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26.4.1 Gradient Adaption Approach

Solution-adaptive grid refinement is performed to efficiently reduce the numerical error in the digital solution, with minimal numerical cost. Unfortunately, direct error estimation for point-insertion adaption schemes is difficult because of the complexity of accurately estimating and modeling the error in the adapted grids. A comprehensive mathematically rigorous theory for error estimation and convergence is not yet available for CFD simulations. Assuming that maximum error occurs in high-gradient regions, the readily available physical features of the evolving flow field may be used to drive the grid adaption process.

Three approaches for using this information for grid adaption are available in FLUENT:

The length scale is the square (2D) or cube (3D) root of the cell volume. Introducing the length scale allows resolution of both strong and weak disturbances, increasing the potential for more accurate solutions. However, you can reduce or eliminate the volume weighting by changing the gradient Volume Weight in the Grid Adaption Controls panel (see Section  26.12 for details).

Any of the field variables available for contouring can be used in the gradient adaption function. These scalar functions include, both geometric and physical features of the numerical solution. Therefore, in addition to traditional adaption to physical features, such as the velocity, you may choose to adapt to the cell volume field to reduce rapid variations in cell volume.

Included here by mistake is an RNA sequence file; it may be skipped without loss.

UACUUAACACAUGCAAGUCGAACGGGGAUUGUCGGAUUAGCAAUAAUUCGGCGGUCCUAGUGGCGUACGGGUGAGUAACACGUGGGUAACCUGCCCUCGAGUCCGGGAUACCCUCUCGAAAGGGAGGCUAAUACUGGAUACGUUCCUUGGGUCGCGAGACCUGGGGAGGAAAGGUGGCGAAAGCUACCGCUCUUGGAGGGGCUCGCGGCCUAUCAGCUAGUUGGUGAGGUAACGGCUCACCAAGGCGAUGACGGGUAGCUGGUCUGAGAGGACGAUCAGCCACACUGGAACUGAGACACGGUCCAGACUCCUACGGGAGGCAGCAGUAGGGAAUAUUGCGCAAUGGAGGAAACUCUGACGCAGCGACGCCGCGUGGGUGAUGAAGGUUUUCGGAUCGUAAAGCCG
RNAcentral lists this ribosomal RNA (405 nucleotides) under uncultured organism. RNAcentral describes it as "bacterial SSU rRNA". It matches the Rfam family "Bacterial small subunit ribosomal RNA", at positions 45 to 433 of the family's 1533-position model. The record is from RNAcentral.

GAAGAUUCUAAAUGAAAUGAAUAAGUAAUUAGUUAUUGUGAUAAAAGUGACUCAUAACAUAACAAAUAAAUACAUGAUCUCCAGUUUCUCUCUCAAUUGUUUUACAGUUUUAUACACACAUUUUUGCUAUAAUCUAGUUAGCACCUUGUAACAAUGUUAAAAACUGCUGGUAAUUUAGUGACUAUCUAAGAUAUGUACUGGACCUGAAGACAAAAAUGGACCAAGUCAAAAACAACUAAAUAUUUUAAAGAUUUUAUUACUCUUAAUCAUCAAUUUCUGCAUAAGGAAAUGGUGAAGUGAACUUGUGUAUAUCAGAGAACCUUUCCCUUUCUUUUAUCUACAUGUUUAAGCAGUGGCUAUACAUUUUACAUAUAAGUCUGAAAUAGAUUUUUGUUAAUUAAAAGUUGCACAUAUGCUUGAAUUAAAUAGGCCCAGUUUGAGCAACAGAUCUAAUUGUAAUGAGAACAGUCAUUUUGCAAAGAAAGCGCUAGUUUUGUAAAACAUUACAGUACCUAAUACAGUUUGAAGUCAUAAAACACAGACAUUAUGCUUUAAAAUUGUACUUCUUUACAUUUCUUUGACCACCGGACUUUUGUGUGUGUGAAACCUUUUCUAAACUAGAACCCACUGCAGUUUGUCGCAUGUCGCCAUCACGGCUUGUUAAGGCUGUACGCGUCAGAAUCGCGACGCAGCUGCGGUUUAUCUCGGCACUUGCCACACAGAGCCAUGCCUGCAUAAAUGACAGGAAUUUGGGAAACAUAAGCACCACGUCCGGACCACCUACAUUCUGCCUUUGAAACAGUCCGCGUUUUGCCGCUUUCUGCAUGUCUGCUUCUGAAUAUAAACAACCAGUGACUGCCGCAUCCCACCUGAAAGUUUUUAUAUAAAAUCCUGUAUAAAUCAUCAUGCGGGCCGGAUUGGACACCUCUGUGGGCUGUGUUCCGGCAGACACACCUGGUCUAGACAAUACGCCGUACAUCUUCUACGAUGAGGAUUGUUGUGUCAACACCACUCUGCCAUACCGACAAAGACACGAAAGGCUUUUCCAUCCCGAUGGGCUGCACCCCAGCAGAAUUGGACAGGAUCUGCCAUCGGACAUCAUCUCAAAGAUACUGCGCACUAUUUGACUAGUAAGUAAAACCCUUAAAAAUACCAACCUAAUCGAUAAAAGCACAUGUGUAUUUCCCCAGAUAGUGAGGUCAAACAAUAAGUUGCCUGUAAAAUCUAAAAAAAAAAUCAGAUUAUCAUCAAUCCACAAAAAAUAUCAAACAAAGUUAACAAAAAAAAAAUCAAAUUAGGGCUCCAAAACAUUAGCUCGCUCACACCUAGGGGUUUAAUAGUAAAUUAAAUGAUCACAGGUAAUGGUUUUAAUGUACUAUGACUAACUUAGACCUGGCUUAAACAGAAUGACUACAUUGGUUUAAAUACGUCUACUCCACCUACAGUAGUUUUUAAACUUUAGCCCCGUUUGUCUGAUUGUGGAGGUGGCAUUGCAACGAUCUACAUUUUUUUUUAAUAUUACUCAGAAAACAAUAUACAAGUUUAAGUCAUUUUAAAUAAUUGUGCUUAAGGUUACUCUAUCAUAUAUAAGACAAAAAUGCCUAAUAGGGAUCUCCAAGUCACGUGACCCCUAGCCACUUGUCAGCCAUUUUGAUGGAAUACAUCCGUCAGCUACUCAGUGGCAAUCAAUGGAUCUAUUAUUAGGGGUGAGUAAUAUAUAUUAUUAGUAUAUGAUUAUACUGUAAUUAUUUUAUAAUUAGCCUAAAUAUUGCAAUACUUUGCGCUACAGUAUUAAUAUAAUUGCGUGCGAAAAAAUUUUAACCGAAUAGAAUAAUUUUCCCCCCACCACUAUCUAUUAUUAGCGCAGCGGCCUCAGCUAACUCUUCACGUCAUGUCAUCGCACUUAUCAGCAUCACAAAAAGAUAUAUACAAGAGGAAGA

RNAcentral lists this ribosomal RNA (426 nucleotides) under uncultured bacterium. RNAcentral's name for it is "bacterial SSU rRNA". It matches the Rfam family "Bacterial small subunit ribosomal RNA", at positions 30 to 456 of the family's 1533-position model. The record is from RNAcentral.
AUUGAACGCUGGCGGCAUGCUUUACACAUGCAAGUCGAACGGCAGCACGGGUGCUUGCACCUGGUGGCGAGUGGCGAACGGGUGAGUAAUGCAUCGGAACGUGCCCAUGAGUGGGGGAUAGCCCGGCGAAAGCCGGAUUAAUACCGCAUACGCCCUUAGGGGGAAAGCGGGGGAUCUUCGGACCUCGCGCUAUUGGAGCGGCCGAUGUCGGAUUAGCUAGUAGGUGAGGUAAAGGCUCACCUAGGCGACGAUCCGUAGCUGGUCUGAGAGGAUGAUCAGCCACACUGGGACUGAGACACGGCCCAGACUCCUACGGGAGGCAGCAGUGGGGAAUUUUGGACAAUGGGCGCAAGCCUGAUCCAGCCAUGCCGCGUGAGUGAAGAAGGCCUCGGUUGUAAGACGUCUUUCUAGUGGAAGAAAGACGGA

In addition to the Standard (no normalization) approach formerly used by FLUENT, two options are available for Normalization [ 117]:



Example of Steady Gradient Adaption


An example of the use of steady gradient adaption is the solution of the supersonic flow over a circular cylinder. The initial mesh, shown in Figure  26.4.1, is very coarse, even though it contains sufficient cells to adequately describe the shape of the cylinder. The mesh ahead of the cylinder is too coarse to resolve the shock wave that forms in front of the cylinder. In this instance, pressure is a suitable variable to be used in gradient adaption. This is because there will be a jump in pressure across the shock. However, several adaptions are necessary before the shock can be properly resolved. After several adaptions the mesh will be as shown in Figure  26.4.2.

A typical application of gradient adaption for an incompressible flow might be a mixing layer, which involves a discontinuity.

Figure 26.4.1: Bluff-Body Mesh Before Adaption
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Figure 26.4.2: Bluff-Body Mesh after Gradient Adaption
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